by Cora Johnston
When studying major ecological changes, like the movement of entire species or ecosystems, we often have to sample across large geographic areas. This means lots of road trips!Starting nearly two months ago, I began my own road trips along the coast to survey the larval crabs that are washing ashore in swarms. Crabs typically recruit (leave the open ocean as larvae to join adult populations in coastal habitats) in a few brief but frenzied weeks in late spring and early fall. Therefore, I’ve been busy hopping between sites to gather as much data as I can while the crabs are abundant. Unfortunately, this means that my schedule, like the crabs’, depends on moonlight and tides. I’ll wake up around midnight, drive until the wee hours of the morning, and then sample the incoming tides by moonlight until wrapping up and moving to my next site as the sun rises. I then load up a kayak and spend the day paddling around collecting larger crabs (though still far too tiny to eat) from deep in each habitat to compare to the larvae I find riding the currents at night.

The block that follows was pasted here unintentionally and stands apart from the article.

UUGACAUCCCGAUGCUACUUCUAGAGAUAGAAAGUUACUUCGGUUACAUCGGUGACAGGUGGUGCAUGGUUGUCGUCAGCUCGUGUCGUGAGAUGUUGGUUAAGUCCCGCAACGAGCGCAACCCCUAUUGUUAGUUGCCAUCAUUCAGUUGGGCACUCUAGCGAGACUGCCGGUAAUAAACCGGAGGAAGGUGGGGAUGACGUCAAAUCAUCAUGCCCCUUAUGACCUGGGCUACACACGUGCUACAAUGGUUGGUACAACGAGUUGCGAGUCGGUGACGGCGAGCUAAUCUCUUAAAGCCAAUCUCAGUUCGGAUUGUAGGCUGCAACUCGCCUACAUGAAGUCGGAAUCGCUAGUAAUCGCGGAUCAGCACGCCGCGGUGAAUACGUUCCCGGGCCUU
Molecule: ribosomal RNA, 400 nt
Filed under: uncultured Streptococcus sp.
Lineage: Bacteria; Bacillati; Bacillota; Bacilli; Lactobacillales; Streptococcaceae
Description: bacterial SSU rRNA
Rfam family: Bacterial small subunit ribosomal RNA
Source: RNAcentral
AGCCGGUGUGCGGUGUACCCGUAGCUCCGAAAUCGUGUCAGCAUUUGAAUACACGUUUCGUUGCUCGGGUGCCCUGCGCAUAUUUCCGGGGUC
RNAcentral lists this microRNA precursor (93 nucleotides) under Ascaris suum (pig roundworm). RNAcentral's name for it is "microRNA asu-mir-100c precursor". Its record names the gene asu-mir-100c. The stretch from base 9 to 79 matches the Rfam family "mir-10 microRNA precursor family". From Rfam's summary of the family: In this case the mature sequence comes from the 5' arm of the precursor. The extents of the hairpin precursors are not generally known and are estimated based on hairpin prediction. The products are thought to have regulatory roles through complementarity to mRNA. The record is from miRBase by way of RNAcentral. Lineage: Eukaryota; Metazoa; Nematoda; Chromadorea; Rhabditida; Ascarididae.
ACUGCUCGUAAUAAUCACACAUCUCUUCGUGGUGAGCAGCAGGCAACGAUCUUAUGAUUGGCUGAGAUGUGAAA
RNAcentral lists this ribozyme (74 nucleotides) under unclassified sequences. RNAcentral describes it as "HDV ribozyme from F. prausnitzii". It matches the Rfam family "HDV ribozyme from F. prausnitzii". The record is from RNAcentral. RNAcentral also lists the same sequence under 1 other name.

I head off on these adventures wielding stacks of audiobooks, a hefty thermos and lots of pre-labeled jars and data sheets that ease the demands on a weary mind. I munch trail mix to battle the exhaustion and swim to soothe the bug bites. After a few weeks on this schedule, even I find it hard to believe that I will get up at midnight the very next week to start all over again. Luckily, what keeps me coming back is what got me out of bed to do these studies in the first place.